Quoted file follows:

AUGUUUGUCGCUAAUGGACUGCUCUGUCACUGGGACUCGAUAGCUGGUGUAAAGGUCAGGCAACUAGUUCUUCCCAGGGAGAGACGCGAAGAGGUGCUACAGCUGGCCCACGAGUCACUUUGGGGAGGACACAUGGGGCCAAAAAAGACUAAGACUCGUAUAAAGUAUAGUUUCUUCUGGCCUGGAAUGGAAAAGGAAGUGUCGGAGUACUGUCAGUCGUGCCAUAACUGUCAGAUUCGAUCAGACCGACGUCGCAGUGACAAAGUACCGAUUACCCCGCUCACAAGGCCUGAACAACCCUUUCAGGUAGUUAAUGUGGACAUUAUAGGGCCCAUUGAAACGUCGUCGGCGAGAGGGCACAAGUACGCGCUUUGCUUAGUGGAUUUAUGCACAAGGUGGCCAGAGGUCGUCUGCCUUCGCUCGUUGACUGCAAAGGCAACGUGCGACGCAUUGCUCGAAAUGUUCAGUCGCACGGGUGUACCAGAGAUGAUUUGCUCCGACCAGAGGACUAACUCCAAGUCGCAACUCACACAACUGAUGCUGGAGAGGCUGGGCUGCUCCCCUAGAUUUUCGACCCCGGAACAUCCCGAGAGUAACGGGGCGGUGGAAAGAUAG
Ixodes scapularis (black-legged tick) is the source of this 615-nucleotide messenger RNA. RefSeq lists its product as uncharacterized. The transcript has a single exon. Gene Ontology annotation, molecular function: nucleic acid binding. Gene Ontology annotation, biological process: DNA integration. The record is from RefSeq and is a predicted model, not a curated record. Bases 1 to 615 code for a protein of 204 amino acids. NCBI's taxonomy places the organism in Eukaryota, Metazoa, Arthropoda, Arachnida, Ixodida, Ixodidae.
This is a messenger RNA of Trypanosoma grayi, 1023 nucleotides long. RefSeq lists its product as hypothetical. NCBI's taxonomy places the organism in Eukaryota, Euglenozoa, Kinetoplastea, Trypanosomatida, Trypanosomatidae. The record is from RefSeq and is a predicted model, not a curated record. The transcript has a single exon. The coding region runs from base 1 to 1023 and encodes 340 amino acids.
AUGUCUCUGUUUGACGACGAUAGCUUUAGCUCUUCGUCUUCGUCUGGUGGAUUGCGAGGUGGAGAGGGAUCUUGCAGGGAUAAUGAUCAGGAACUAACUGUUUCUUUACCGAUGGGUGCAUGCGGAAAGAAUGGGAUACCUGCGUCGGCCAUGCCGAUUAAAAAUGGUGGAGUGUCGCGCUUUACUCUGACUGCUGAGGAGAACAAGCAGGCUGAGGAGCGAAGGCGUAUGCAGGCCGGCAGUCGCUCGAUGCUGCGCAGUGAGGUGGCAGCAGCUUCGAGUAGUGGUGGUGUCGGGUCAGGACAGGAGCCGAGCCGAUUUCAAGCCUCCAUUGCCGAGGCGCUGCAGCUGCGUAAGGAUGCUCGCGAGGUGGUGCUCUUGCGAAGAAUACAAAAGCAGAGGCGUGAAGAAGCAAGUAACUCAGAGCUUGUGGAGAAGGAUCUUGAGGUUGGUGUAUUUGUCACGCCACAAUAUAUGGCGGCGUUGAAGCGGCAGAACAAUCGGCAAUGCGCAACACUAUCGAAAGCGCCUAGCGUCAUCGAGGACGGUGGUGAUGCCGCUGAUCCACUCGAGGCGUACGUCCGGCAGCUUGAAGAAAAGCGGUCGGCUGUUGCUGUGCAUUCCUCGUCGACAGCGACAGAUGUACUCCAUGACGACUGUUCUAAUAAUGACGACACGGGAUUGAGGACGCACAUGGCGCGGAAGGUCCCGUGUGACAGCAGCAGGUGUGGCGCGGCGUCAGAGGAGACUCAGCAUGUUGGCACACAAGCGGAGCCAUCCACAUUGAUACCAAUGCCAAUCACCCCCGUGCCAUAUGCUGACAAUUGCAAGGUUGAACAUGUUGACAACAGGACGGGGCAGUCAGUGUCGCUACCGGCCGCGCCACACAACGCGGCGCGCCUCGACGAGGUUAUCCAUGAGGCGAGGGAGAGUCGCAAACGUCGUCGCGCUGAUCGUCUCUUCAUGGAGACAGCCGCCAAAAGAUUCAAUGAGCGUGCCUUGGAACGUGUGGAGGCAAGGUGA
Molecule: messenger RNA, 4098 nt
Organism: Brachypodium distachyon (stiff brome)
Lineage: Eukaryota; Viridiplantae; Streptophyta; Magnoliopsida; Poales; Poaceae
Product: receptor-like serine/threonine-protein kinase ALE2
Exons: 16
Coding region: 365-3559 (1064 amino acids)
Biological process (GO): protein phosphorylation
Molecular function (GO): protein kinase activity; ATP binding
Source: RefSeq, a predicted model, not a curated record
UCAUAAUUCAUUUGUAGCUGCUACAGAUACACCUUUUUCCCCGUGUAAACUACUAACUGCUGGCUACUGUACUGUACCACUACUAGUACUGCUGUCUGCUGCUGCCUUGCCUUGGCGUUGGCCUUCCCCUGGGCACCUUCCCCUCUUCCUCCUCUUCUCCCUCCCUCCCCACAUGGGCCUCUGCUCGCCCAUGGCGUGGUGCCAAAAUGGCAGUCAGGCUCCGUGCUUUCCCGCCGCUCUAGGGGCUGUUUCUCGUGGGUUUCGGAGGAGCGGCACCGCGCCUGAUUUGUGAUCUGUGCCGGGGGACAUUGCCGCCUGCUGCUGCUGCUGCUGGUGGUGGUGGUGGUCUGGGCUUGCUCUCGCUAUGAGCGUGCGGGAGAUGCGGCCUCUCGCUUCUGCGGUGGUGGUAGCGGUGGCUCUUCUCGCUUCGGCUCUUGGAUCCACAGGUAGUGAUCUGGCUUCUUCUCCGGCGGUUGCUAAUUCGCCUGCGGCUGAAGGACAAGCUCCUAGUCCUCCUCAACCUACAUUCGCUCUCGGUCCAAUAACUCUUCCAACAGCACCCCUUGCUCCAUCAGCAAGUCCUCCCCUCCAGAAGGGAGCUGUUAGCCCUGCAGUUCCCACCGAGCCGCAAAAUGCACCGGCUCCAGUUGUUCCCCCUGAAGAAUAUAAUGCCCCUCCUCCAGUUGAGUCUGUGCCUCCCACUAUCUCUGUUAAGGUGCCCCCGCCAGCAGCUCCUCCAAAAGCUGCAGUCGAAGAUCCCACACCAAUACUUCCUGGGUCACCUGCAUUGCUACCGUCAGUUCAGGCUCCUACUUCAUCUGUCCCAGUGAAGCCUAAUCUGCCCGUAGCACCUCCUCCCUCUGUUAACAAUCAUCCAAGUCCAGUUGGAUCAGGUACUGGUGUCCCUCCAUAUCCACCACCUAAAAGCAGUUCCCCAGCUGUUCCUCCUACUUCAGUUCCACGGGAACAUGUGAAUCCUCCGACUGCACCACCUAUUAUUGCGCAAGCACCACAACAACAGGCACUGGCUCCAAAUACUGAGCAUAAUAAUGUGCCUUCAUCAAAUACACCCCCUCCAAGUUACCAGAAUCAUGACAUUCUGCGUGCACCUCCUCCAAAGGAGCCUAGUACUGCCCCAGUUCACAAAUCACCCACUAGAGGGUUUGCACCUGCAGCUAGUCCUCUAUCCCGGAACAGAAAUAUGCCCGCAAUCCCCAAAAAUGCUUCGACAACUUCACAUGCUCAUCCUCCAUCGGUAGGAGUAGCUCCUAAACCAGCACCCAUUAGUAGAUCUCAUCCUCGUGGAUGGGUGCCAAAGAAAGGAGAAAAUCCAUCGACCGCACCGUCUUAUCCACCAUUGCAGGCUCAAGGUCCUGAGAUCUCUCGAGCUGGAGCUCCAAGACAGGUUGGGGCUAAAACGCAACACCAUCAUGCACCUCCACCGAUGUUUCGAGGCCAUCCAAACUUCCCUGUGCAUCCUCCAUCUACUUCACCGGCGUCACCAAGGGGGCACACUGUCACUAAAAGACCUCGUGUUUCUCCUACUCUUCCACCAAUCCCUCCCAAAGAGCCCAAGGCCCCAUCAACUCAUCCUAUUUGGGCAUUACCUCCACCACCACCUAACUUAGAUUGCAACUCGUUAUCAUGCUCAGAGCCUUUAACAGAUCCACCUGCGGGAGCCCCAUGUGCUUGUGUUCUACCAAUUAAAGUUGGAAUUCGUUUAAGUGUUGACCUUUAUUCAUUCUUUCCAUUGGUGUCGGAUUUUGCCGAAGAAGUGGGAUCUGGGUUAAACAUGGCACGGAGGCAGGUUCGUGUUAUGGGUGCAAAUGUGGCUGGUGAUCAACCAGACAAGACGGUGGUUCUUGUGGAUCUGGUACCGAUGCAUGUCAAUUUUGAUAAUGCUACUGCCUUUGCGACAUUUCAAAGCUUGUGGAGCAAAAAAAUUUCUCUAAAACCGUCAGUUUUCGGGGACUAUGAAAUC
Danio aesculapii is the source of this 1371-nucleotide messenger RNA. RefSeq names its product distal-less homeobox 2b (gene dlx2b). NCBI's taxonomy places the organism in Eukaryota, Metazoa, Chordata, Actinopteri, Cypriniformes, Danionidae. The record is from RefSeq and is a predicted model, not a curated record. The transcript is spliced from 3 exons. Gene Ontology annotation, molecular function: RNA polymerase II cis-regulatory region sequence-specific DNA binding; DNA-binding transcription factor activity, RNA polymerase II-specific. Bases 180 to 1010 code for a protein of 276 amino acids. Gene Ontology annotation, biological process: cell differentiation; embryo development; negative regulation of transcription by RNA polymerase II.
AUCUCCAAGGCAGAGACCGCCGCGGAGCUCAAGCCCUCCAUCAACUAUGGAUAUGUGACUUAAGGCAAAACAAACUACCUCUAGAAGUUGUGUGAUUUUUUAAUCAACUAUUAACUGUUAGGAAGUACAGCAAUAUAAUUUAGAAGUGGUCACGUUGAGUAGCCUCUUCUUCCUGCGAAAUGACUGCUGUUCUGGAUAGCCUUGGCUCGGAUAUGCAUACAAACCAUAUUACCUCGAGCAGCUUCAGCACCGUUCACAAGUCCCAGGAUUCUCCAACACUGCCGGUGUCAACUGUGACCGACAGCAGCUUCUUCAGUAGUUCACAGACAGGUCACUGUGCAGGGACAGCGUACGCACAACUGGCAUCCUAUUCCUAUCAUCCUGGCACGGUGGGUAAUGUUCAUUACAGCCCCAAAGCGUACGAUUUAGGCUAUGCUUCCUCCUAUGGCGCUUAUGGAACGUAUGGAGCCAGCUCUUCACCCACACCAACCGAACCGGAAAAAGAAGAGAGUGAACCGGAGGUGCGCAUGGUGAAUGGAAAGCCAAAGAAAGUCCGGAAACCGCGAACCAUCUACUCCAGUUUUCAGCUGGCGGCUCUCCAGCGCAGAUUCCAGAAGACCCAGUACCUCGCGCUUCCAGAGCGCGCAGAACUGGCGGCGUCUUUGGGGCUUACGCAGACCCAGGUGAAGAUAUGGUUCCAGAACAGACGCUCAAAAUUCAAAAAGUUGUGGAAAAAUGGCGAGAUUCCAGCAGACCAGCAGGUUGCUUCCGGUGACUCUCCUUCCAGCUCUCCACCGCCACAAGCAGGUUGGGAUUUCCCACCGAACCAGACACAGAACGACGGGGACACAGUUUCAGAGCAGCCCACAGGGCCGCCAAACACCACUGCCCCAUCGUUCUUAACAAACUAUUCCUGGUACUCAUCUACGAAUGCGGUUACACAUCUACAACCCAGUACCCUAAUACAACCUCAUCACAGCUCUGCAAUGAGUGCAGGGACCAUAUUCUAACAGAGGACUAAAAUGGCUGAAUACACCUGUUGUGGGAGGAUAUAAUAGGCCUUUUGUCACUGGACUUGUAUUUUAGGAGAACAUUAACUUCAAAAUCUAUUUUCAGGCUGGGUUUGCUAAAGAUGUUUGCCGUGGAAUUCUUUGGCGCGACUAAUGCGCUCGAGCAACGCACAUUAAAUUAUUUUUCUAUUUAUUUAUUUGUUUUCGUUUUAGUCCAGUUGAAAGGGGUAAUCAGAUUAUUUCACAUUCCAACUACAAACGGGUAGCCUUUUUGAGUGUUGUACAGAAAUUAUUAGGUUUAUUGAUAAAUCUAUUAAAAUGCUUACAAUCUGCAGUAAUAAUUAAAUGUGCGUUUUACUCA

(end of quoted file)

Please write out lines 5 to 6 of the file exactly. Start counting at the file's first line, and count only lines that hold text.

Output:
Molecule: messenger RNA, 4098 nt
Organism: Brachypodium distachyon (stiff brome)